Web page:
The Difference of Man and the Difference it Makes

The Difference of Man and the Difference it Makes

By (author) Mortimer J. Adler , Introduction by Deal Hudson


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In this classic work, Adler explores how man differs from all other things in the universe, bringing to bear both philosophical insight and informed scientific hypotheses concerning the biological and behavioral characteristics of mainkind. Rapid advances in science and technology and the abstract concepts of that influence on man and human value systems are lucidly outlined by Adler, as he touches on the effect of industrialization, and the clash of cultures and value systems brought about by increased communication between previously isolated groups of people. Among the other problems this study addresses are the scientific achievements in biology and physics which have raised fundamental questions about humanity's essential nature, especially the discoveries in the bilogical relatedness of all living things. Thrown into high relief is humanity's struggle to determine its unique status in the natual world and its value in the world it has created. Ultimately, Adler's work develops an approach to the separation between scientific and philosophical questions which stands as a model of thought on philosophical considerations of new scientific discoveries and its consequences for the human person.

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  • Paperback | 395 pages
  • 134.62 x 210.82 x 27.94mm | 408.23g
  • 01 Sep 1993
  • Fordham University Press
  • New York
  • English
  • 0823215350
  • 9780823215355
  • 1,216,921

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Author Information

Mortimer J. Adler was the director of the Institute for Philosophical Research in Chicago and a member of the board of editors of the Encyclopedia Brittanica.

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Review quote

aAmassing information from biology, chemistry, paleontology, cybernetics, and psychology, [Adler] has contrived a dazzling exercise in scholarship and logic.a

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Review text

How do we view man? Is the difference between man and animals a difference of degree or a difference in kind? Are non-physical factors in our make-up our true distinguishing marks, producing the proverbial triumph of mind over matter? Or do we really belong to a determinist universe, running along the principle of phytogenetic continuity, and governed like animals, by our instincts? As the computer age progresses, what will happen to traditional beliefs once the so-called Turing machine, or the robot, reaches a state capable of producing propositional speech, i.e., the ability to carry on a conversation Just like you and me? In the most intriguing study since Koestler's The Act of Creation, Dr. Adler brings these science fiction debates and/or philosophic dilemmas into close intellectual range, referring to all sides of his "mixed" subject, from Plato and Descartes and Kant to the claims of theology and the contemporary pursuits of psychologists, anthropologists, and biologists. Only a mind as wide-ranging as Dr. Adler's could present so thoroughgoing and tight a survey, or relate the latest concerns of Lorenz, say, with those of Freud, or examine in so cogent a manner all the possibilities the future holds for proponents of the immaterialist or materialist hypotheses. Dr. Adler obviously favors the former, and his implied anti-behaviorist bias is the only blot on an otherwise scrupulous book. (Kirkus Reviews)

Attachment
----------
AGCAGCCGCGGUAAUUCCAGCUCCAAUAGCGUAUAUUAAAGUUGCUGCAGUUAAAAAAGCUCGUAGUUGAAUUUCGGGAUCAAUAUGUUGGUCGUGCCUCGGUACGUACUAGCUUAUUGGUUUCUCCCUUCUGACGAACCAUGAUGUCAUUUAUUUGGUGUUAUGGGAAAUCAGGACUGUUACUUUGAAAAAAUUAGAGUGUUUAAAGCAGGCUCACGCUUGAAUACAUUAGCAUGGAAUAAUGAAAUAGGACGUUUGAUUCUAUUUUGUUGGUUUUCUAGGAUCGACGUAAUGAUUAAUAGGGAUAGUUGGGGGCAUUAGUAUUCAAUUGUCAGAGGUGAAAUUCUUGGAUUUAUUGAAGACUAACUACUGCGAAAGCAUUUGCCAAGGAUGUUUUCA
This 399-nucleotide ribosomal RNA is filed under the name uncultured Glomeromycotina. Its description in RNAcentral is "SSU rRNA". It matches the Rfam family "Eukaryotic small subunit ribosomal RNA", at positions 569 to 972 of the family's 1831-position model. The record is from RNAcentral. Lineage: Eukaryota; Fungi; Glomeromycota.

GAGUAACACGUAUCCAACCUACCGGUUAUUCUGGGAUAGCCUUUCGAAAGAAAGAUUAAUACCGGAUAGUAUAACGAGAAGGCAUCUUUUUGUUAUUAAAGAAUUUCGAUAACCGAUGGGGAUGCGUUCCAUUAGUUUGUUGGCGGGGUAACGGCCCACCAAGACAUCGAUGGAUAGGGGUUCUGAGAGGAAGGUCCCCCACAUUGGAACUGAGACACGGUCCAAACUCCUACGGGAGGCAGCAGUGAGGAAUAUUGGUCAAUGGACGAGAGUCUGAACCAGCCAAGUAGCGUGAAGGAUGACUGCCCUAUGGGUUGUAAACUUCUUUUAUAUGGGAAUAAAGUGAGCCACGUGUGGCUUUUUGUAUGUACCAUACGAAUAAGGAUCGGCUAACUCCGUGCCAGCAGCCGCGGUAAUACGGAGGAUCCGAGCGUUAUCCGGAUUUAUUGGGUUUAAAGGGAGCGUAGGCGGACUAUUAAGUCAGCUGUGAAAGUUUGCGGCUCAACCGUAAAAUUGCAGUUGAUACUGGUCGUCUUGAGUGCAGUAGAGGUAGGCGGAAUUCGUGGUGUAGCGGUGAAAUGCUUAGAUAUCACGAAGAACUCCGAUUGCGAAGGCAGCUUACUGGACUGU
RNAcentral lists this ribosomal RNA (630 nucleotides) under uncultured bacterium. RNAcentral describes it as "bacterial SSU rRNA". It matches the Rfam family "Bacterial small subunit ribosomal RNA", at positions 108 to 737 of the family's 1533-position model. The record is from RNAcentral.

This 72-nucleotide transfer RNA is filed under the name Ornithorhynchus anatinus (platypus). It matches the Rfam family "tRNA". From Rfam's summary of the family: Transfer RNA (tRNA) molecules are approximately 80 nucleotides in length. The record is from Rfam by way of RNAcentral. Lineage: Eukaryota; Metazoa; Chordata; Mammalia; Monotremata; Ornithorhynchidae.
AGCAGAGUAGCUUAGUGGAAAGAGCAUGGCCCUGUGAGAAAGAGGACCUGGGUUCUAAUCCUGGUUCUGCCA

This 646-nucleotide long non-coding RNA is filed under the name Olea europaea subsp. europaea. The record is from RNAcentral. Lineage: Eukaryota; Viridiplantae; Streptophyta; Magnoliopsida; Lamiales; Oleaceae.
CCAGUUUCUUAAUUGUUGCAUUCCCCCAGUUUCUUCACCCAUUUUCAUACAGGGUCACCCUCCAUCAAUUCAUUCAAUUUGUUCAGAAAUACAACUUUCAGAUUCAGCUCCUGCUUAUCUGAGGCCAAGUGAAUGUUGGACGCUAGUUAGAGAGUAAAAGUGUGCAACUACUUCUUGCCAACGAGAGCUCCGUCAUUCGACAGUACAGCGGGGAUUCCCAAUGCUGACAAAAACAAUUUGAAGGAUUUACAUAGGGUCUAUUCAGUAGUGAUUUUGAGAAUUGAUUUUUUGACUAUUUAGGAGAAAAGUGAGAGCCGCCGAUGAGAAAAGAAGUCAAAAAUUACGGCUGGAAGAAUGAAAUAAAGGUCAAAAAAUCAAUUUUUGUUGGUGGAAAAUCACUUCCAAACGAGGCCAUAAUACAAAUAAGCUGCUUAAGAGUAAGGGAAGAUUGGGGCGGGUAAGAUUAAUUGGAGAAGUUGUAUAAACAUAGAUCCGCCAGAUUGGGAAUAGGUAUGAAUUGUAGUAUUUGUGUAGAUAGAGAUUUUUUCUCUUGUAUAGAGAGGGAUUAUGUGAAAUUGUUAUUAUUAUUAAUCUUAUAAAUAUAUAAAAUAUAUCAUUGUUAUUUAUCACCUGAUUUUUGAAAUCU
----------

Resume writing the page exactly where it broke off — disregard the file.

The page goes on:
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Back cover copy

This book was first published in 1967. It dealt with what I recognized to be a mixed question that could not be satisfactorily answered by philosophical thought alone, or by the empirical sciences. Philosophy posed the question about the specific nature of man and the place of Homo sapiens in the order of nature. Do human beings differ from the higher mammals only in degree or in kind; and if in kind, is the difference radical or only superficial?

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